How Do You Do It? – The loser in the round to find the winner of being the first single, beaten by “Love Me Do” to be successor. Although this appeared on the “Anthology” series, this take more probably comes from the assumed best source “Ultra Rare Trax Vol. 1″
Message To Australia – Originally released on the earlier Yellow Dog CD ‘Message To Australia” it is just as it says, a group of messages from the group to Bob Rogers, the Australian and an open message to the Australian record buying public. Theres no real difference to this version but it’s a worthwhile, humorous curio.
Can’t Buy Me Love (Takes 2- 3) – Originally on Swingin’ Pig’s “Ultra Rare Trax” and Yellow Dog’s “Unsurpassed Masters Vol. 7″ as well as “Anthology 2″ but with a different guitar solo shipped in, Take 2 is preceded with a quick count in and is a full take which breaks down towards the end as Paul forgets his place and the words. After a short break, the band return with a slow version of the song ( Take 3) featuring a sparser set of instrumentation. This breaks down shortly after Paul forgets his lyrics once again.
Ticket To Ride – A longer version of the CV originally released on “Ultra Rare Trax Vol. 3″. Smoother than than the version on the Swingin’ Pig CD but just as clear.
Norwegian Wood (Take 1) – The first real version of the song with a rather monotonous sitar part before the band returned to it later, It originally appeared on “Anthology 2″ as well as later from the John Barrett tapes. While there were variances between the two Vigotone versions of the track this is the version that appeared on “Another Sessions .. Plus” with the sitar scooped in to the left channel while the acoustic guitar is left to the right. It is still missing the engineers announcement.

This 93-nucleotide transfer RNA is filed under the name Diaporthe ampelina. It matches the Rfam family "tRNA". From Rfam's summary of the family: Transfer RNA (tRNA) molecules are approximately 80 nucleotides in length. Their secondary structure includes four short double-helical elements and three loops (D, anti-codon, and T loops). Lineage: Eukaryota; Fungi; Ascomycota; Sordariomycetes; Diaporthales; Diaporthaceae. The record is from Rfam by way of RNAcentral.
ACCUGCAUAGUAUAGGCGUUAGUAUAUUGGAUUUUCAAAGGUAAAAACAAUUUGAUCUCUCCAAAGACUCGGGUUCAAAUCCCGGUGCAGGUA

She’s A Woman – Essentially the “UK” mix of the track without the heavy reverb used on the “Beatles ’65″ version in the US.
Not Guilty – The true stereo version of the ‘White album’ outtake. Again, originally released on Vigotone’s “Another Sessions .. Plus” CD this outtake was also heard on the Anthology CD but in a much butchered form.
Think For Yourself Studio Session – Recorded during the session for the same track the Beatles can be heard to be airily theatrical as the off cuts from this session were to be used for their annual Christmas single. The idea was eventually scrapped but the tape leaked out, originally turning up on Yellow Dog’s “Unsurpassed Masters Vol. 7″ it took a few years for more to be released but then, as with the Yoko tape from Vigotone’s “Revolution” CD the full tape appeared over different releases. The full (available) session is now available in one place and runs just short of 20 minutes. An anarchic and off beat mixture of jingles, half remembered lyrics, chatter about what the Beatles had watched on TV the previous evening, jokes and an amusing twist on the lyrics to “Do You Want To Know A Secret”.
The artwork is also an almost straight copy of the original art that was put together for the internet set (Not a bad thing in itself) but it is supplanted with various other era specific photos from 1967.
It’s generally up to you if you want to actually own this piece or keep it on your hard drive. I would certainly suggest it is worth it for your Beatles collection having been put together with care as no one boasts of owing a large FLAC collection surely?If you liked this review, buy me a cup of joe. (Suggested: $3 a shot or $7.5 for a double)